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The iOS App Store is full of music-making apps.
Which ones should you check out?
Here are 14 of the best beat making apps for turning your iPhone or iPad into a serious production tool.
Free and paid options listed!
14 Best Apple Music Making Apps (iPhone/iPad)
Earlier in 2020, we saw an unexpected rise of people staying indoors for absolutely no discernible reason whatsoever and everything was perfectly fine in the world. If you’re a music producer, maybe you’ve spent some of this time perfecting your craft, finishing off your ideas or trying out new mix techniques.
Luckily, technology nowadays means music-making on the go (or…not on the go) is not only convenient but also has great results! Portable devices are so named for their convenience but are also powerful music tools capable of making any sound you want.
So if you aren’t able to get to your studio or don’t have any recording gear at home, or maybe you’re just looking to pass some of the time quickly, we’ve compiled 14 of the best music-making apps for iPhone and iPad in 2020.
Blocs Wave’s motto is “making music by building ideas”.
It’s beautifully designed and aimed at building musical ideas extremely quickly. Essentially, Blocs Wave is a loop manager/browser that aims to discover similar sounds swiftly and build ideas based on set tempo and key, or you can browse by genre.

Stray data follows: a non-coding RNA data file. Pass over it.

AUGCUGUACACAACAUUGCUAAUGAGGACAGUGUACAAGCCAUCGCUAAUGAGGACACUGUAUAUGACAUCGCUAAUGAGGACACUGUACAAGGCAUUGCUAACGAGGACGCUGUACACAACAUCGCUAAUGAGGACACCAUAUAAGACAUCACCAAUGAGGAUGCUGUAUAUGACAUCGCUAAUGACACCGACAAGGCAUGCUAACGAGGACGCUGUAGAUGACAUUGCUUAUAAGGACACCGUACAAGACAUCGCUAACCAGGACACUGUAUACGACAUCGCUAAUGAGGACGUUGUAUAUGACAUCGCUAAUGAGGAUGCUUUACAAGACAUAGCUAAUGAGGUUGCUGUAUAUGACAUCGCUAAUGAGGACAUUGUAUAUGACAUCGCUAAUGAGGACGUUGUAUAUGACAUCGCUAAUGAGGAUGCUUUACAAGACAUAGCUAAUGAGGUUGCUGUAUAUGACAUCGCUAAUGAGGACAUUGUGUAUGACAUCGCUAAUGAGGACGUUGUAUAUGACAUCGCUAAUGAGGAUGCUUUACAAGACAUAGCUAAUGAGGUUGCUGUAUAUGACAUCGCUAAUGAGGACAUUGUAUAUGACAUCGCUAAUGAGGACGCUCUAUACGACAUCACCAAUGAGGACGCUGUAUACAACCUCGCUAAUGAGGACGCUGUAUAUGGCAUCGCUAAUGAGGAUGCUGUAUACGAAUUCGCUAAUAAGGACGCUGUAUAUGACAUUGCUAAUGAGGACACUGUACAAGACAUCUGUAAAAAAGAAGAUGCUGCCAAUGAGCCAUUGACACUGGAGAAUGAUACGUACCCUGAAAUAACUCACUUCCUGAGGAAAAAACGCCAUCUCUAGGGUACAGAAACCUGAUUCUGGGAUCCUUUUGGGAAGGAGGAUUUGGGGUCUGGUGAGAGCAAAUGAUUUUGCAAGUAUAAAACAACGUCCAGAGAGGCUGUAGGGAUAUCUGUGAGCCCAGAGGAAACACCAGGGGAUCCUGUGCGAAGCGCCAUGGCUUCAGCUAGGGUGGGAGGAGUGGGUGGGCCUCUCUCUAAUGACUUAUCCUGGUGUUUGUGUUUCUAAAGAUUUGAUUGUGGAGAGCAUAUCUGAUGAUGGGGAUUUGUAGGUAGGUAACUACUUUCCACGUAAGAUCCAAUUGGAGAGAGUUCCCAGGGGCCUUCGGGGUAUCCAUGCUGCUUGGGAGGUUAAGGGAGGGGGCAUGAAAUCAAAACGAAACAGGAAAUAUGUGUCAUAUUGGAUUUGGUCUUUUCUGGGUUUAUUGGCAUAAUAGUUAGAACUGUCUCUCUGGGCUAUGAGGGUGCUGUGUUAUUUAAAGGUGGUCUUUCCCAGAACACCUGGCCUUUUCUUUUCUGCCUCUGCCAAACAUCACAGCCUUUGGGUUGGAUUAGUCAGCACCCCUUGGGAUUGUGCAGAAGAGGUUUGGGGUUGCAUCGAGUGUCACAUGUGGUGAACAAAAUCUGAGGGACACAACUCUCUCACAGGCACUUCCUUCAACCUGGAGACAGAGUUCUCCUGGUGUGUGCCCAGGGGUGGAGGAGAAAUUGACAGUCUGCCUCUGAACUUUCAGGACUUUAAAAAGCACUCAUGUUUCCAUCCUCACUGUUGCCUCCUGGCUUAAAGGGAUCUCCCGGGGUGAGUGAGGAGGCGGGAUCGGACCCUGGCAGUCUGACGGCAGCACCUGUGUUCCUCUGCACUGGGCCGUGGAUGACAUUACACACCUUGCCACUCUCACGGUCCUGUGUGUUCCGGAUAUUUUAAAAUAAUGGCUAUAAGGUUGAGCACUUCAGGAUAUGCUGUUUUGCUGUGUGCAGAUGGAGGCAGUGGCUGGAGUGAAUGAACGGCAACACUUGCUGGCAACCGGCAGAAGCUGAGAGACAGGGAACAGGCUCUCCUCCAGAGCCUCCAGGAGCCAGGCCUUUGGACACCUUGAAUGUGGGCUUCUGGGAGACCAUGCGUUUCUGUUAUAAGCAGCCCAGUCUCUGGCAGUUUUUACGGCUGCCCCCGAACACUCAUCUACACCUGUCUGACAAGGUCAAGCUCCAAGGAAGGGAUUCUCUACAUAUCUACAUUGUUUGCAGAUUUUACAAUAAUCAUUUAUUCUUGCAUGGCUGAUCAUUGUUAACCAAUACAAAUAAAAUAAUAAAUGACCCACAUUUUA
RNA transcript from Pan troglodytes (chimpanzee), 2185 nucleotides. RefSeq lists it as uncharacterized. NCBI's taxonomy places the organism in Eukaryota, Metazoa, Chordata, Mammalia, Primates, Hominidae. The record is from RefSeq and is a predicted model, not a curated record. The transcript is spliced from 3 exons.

Play with touchable waveforms and build loops in real-time with your voice, your instrument of choice, built-in sounds, or Auv3 plugins via Audiobus.
The addition of the loop start marker allows you to offset the start time of a sample and create some cool rhythmic variations. The looping capabilities of Blocs Wave alone are powerful enough to build a set from live looping, in conjunction with launchpad, Groovebox, or Circuit, to cue and control transport functions.
The Pro bundle greatly opens up the possibilities of creation, with bundled effects that include EQ, sample slicer, and audio import to use your own melodies and drum tracks recorded from other apps or sound sources.
Export to Launchpad for remixing or live performance
Supports Audiobus, Audioshare, AudioCopy
Real-time stretching (change tempo while playing)
Key Aware – all loops stay in key with each other
Overall experience is very much based on your own library of samples, the samples you can create, or the samples you purchase in-app.
Pro Features cost extra and without EQ’ing, importing, and slicing your samples, the app is fairly limited.
No effects other than EQ.
Whether in a session with fellow songwriters or in a solo session, Blocs Wave spawns a rapid creative spark and keeps you driven with a sense of curiosity. Recommended for any musician wishing to push their creative limits or looking for an unconventional, versatile alternative to the everyday sampler or loop manager.
2. Model D (Moog)
Some of the finest sound quality from an iOS synth emulator
The Moog Model D’s ubiquity means it’s one of the most commonly emulated synths; many producers probably already own some Model D emulation: Native Instruments’ Monark, u-he’s Diva, Arturia’s Mini-V or any other virtual Model D.
There is a visceral texture when working with analog circuitry. The saturated punch of decibels arriving at the filter is one of the defining characteristics of the 1971 Minimoog Model D hardware synth, which this app emulates quite accurately.